United States: Illinois Appellate Court Upholds $2 Million Punitive Award Against Chicago State University

The due process review of a punitive damages award for excessiveness has a number of interconnected parts. A series of relatively small errors can quickly add up and dramatically skew the outcome of a review process that is intended to impose predictability and consistency on the largely black-box process juries use when setting the amount of punitive damages.  The Illinois Appellate Court's decision in Crowley v. Watson illustrates the point.

Crowley involved a retaliatory-discharge claim by an administrator and Freedom of Information Act (FOIA) attorney at a public university.  The plaintiff claimed that he was terminated in retaliation for responding to a FOIA request that required disclosure of documents that were embarrassing to the incoming president of the university.  The jury agreed, awarding him $480,000 in back pay and $2,000,000 in punitive damages.  Under the state ethics act for public employees, the award of back pay was doubled and the plaintiff was awarded $60,000 in pre-judgment interest and $318,173 for attorneys' fees.  In addition, the trial court awarded front pay in an amount to be determined after the appellate proceedings conclude.

On appeal, the defendants argued, among other things, that the punitive award was excessive under the Supreme Court's due process guideposts. The appellate court rejected this argument, concluding that the conduct was highly reprehensible and that the ratio—which the court calculated to be either 1.5:1 or 2.4:1—was well within constitutional limits.  Proper application of the Supreme Court's reprehensibility and ratio guideposts, however, points to the conclusion that the punitive damages should have been quartered or eliminated entirely.


With respect to reprehensibility, the court focused almost exclusively on the implied finding that the plan to terminate the plaintiff was intentional and deceitful. In so doing, the court repeated a mistake that is all too common in punitive damages excessiveness review: equating the presence of facts sufficient to give rise to any punitive liability with the high degree of reprehensibility necessary to justify a multi-million dollar punitive award.  Although the intentional and deceitful nature of conduct is one factor that the Supreme Court has held to be indicative of increased reprehensibility, had the defendant in Crowley not acted intentionally and deceitfully there would presumably have been no basis to find it liable for punitive damages in the first place.  Consequently, the fact that it engaged in punishable conduct sets the stage for the inquiry but does not by itself push the reprehensibility needle to the high end of the scale.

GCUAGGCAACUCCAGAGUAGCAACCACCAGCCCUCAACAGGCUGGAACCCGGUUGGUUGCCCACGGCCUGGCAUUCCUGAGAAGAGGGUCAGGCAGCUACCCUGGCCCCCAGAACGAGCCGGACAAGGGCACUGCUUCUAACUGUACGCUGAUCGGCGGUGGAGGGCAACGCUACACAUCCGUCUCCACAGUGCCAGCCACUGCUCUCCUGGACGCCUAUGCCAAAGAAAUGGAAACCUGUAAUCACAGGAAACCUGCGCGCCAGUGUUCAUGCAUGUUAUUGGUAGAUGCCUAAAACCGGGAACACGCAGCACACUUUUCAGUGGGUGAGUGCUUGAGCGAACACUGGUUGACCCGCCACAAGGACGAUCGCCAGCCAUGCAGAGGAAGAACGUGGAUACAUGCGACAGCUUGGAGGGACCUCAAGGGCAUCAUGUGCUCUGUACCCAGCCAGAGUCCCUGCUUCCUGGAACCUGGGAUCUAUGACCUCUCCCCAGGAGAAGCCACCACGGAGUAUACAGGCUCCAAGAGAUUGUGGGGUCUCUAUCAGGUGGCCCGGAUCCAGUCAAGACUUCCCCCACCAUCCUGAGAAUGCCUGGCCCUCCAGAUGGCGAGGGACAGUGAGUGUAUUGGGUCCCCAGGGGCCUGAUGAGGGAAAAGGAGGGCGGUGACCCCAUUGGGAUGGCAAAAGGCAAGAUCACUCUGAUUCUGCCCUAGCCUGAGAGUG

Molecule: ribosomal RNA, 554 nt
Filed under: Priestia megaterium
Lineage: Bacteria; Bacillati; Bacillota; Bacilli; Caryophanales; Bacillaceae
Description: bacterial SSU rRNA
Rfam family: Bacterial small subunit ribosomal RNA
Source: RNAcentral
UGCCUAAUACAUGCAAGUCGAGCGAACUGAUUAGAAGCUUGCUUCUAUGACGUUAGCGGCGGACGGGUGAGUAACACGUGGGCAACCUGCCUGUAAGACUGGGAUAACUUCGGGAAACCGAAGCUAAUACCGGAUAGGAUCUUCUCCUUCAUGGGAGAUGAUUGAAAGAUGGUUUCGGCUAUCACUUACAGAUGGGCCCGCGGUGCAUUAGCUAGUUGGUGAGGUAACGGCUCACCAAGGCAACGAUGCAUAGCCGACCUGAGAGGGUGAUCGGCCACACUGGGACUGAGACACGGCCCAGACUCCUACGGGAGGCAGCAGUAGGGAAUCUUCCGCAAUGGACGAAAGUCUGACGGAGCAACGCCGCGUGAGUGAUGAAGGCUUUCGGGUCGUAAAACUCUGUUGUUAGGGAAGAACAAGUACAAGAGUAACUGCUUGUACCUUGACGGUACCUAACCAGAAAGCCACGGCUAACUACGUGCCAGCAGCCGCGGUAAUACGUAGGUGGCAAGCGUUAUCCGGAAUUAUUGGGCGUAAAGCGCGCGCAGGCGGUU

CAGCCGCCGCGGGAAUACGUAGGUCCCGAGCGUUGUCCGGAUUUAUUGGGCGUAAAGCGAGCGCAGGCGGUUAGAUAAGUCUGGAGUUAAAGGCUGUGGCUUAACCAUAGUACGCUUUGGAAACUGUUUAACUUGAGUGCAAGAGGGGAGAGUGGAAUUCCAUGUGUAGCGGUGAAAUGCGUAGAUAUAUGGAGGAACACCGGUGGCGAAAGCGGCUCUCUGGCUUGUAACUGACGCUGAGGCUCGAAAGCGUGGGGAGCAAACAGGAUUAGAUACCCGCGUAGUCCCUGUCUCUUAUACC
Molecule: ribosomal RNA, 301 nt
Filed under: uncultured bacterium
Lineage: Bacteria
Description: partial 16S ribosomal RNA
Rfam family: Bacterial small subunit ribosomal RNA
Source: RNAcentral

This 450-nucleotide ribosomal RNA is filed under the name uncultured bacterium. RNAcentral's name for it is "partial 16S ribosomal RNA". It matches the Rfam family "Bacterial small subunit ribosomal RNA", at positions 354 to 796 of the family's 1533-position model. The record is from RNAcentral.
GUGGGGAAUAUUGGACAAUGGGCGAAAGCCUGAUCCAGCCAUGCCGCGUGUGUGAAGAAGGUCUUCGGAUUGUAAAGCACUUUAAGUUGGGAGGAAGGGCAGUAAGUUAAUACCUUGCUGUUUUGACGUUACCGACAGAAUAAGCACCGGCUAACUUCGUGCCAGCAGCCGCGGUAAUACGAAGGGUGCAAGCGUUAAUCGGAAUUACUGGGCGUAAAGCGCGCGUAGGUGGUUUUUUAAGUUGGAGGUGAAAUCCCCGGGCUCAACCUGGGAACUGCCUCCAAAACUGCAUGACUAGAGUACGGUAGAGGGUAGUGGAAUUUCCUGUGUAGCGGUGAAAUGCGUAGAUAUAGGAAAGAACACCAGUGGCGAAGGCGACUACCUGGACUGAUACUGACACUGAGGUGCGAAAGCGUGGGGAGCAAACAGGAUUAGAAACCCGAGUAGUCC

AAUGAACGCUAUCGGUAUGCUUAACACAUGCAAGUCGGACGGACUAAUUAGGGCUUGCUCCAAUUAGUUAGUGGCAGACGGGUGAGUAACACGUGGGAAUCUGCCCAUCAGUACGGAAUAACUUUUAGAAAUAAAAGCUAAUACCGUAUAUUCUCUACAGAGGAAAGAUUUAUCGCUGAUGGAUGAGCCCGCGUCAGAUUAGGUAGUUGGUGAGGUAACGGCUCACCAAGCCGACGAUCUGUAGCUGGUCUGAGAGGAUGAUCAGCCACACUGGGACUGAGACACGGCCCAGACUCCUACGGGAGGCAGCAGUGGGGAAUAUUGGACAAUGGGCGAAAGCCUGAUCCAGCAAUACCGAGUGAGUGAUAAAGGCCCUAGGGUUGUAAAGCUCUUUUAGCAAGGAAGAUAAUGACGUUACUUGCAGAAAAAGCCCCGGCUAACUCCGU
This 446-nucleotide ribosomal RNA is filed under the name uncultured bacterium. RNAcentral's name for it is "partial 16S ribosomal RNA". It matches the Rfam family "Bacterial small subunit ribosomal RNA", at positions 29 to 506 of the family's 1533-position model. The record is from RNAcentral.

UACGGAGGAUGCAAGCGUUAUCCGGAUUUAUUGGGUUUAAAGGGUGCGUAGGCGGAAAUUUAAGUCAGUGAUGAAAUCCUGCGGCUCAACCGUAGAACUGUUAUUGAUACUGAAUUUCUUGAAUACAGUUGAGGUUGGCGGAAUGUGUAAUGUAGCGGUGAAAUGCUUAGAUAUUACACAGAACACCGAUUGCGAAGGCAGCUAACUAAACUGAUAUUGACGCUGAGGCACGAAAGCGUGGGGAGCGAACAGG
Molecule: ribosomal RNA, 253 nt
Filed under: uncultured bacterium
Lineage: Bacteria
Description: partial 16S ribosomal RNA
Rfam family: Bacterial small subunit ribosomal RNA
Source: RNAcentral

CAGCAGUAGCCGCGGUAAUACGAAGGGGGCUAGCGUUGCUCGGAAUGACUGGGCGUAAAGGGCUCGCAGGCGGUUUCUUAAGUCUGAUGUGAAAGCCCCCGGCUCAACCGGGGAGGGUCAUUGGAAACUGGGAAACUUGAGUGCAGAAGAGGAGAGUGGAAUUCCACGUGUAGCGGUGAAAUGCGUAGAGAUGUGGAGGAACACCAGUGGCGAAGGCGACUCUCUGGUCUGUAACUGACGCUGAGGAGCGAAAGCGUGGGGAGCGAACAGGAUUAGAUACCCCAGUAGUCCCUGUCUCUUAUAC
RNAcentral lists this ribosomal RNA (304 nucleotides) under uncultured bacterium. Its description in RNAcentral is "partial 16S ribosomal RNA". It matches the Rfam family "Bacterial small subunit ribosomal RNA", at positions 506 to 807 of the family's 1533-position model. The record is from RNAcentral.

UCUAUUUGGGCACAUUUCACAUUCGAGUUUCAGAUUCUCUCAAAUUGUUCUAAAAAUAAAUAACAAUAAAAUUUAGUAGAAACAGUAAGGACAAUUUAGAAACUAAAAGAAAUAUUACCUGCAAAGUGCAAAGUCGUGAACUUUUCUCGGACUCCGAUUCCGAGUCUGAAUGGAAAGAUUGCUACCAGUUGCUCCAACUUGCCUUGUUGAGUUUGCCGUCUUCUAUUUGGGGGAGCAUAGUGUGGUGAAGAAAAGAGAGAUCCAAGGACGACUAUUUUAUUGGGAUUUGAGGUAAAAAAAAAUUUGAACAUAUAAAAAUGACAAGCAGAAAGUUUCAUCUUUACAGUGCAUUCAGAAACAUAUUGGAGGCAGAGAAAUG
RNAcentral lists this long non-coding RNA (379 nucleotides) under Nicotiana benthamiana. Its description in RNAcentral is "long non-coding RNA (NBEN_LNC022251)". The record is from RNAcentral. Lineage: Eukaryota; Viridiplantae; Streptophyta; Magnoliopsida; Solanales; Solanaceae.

Moreover, the presence of intentional and deceitful conduct is only one of the five reprehensibility factors that the Supreme Court has instructed lower courts to consider. In this case, those other factors do not point to high reprehensibility.

Physical Injury. Although the Crowley court indicated that the defendants' conduct caused both economic and psychological injury, there was no finding that the plaintiff suffered compensable emotional distress.  More important, the physical-injury reprehensibility factor is intended to single out conduct that causes bodily harm.  It is not satisfied by economic torts that, as a side effect, may cause the plaintiff emotional distress.

Disregard for Safety. The court simply ignored that the defendants' conduct did not demonstrate a disregard for anyone's health or safety.

Vulnerable Victim. The court implied that the plaintiff was economically vulnerable because the defendants' conduct was designed to harm the plaintiff economically.  But the economic-vulnerability factor is intended to identify conduct as more reprehensible when it targets and attempts to exploit those who are vulnerable due to their limited socio-economic status or lack of sophistication in money matters.  If it were satisfied anytime someone suffers economic injury, it would not serve that function but would simply cause the reprehensibility factors to produce enhanced reprehensibility automatically for both physical and economic injury.  In Crowley, the plaintiff's professional position at the university and the amount of back pay awarded strongly suggest that the plaintiff was not economically vulnerable, let alone targeted by the defendants because of such vulnerability.

Recidivism. Finally, the court stated that there was evidence that "other employee dissenters" were eventually demoted or fired, but did not point to evidence that those employment decisions were part of a pattern of retaliatory terminations at this school.  It appeared that the plaintiff's termination was an isolated incident in that respect.

In sum, the conduct at issue here involved at most one or two of the reprehensibility factors identified by the Supreme Court and should have been treated as falling relatively low on the spectrum of conduct that warrants an award of punitive damages.


When calculating the ratio of compensatory to punitive damages, the appellate court included in the compensatory damages not only the award of back pay but also the statutory award of attorneys' fees. It also included the statutory award of doubled back-pay, although it offered an alternative calculation that excluded this amount from the compensatory damages figure.  The court concluded that the ratio was either 1.5:1 or 2.4:1, both of which, it concluded, were constitutionally permissible ratios.